Are "Suitcase Nukes" Floating Around For Purchase by Terrorists?

George Tenet, the man who served as director of the Central Intelligence Agency on the day of the 9/11 terrorist attack — indeed, a man who served in that stressful job for almost eight years under two presidents — tells the riveting story in his memoirs of how Saudi intelligence captured a handful of senior Al Qaeda operatives in 2003, a group that included the notorious Shaykh Nasir bin Hamin al-Fahd. It was a real coup.

What made Al-Fahd fall onto the radar of every intelligence service in Europe and America was a document he authored with the terrifying title “A Treatise on the Legal Status of Using Weapons of Mass Destruction Against Infidels.” The weapons he’s referring to are atomic bombs. Where on earth would Al Qaeda terrorists get atomic bombs?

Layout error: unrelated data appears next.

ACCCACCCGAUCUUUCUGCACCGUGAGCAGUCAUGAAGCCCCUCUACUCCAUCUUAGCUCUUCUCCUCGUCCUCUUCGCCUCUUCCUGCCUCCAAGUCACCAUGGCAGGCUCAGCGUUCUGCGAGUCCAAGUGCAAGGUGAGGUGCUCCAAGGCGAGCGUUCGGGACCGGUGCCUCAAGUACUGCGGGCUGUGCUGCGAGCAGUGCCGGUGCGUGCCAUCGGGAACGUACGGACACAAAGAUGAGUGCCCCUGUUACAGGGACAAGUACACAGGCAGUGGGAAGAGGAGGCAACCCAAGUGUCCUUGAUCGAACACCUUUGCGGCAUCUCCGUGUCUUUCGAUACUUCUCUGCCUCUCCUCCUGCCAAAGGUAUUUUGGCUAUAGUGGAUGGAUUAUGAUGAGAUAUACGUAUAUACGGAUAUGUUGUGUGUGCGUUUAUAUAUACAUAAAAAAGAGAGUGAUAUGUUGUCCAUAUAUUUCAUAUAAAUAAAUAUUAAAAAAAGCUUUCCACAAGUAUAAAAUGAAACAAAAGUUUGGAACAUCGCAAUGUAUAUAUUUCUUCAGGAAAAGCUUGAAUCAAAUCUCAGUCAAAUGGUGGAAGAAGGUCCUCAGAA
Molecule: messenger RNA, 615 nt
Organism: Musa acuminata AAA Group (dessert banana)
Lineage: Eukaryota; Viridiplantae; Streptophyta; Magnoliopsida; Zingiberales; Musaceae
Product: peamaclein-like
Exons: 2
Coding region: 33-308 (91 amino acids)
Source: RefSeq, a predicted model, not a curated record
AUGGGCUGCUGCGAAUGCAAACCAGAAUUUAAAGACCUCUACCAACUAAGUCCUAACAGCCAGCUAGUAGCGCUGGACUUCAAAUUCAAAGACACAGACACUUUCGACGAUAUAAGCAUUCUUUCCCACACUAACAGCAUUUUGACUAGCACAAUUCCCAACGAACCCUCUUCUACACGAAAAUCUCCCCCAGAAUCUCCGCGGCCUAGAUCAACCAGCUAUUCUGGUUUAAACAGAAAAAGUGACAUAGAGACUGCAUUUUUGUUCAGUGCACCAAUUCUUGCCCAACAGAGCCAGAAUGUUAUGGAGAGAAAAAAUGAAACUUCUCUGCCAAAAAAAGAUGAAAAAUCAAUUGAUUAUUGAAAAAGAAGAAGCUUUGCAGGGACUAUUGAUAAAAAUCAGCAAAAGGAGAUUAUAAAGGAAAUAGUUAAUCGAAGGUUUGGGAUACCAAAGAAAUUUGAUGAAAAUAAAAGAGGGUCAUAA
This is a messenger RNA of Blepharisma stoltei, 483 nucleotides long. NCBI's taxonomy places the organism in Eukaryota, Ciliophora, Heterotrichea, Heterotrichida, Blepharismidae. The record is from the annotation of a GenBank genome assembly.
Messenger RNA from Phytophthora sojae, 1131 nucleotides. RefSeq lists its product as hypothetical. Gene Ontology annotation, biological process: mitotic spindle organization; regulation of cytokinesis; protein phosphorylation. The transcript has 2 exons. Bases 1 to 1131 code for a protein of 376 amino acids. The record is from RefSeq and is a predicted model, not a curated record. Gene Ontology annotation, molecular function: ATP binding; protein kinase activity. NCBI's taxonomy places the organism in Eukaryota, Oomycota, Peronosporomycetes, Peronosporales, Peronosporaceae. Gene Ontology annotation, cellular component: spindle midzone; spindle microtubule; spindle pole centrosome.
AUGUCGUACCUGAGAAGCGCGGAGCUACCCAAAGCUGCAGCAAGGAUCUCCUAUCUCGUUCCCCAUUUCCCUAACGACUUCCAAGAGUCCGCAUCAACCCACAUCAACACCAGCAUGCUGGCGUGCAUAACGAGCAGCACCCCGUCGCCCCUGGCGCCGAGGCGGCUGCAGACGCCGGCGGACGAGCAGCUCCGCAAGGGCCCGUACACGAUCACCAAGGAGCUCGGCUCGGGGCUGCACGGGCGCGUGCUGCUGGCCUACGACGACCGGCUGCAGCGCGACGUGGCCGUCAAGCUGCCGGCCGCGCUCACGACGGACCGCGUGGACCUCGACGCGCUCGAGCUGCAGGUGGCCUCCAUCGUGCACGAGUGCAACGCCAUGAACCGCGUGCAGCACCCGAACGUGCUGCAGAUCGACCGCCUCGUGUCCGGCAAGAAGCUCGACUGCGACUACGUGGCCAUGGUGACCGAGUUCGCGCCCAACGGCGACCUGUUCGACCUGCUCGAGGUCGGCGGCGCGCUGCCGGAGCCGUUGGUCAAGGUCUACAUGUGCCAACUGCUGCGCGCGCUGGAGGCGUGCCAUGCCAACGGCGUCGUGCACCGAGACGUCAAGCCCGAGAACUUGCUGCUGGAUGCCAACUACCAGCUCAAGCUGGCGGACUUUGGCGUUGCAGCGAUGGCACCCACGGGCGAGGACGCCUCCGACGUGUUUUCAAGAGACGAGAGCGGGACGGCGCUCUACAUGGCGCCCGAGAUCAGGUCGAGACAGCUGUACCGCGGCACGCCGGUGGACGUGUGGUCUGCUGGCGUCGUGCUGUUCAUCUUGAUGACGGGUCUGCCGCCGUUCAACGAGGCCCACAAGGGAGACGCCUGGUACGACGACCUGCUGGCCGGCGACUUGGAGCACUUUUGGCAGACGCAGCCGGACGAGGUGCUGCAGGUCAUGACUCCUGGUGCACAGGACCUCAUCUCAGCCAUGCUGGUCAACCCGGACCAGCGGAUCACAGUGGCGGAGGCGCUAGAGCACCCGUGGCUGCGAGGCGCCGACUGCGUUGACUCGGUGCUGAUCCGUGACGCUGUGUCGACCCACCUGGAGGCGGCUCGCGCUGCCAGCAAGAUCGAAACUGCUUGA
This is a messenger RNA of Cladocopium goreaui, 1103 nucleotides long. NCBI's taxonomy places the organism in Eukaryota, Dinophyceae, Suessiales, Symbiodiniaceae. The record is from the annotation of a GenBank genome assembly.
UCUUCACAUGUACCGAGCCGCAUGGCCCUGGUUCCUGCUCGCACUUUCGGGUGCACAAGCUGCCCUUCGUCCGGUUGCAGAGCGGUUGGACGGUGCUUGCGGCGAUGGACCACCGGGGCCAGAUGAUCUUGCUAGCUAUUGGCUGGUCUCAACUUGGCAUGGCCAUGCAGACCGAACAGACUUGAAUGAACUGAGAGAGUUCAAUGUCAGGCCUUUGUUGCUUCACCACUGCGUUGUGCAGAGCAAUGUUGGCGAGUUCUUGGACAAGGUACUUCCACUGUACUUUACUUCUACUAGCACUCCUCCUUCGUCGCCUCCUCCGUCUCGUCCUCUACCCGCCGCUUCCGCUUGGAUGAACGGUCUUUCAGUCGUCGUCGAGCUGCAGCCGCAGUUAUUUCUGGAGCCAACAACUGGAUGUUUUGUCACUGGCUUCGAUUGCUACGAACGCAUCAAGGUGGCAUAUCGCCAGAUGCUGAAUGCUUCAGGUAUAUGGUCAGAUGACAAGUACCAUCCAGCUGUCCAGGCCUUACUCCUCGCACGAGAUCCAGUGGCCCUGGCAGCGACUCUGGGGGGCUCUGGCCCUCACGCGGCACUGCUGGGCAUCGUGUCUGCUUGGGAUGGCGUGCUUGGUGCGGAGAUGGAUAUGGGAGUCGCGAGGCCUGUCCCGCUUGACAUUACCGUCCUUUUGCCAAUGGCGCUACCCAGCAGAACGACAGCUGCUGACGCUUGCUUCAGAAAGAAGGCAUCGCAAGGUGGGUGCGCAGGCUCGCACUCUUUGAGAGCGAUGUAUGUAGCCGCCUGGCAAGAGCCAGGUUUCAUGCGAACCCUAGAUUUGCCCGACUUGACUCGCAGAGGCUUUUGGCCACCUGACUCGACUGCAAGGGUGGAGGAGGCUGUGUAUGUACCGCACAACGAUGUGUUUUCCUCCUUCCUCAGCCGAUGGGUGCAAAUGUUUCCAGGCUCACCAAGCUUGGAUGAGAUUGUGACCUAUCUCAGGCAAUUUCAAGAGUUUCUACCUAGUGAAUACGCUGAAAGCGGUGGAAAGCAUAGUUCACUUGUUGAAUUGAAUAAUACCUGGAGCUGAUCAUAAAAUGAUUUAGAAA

Al-Fahd had clearly made a credible exhortation, from the top level of Al Qaeda senior management, to use nuclear weapons against Western targets. And now he was in a Saudi dungeon.

Under merciless interrogation by the Saudi Mukhabarat (the secret police), using methods that would have been frowned upon even at Guantanamo, Al-Fahd confessed that Al Qaeda had been bargaining with black market arms merchants in Moscow for “portable” nuclear weapons. Though under extreme duress, Al-Fahd would not (more likely, could not) reveal useful details.

We tend to think of nuclear weapons as very big objects, devices like “Fat Boy,” the bomb that partially Nagasaki — big, heavy objects that need submarines or missiles or Air Force flying fortresses to move around. But there has long been a sub-category of much smaller nuclear weapons, including several designs made by the United States. These are often referred to by media as “suitcase nukes” or “vest-pocket nukes.”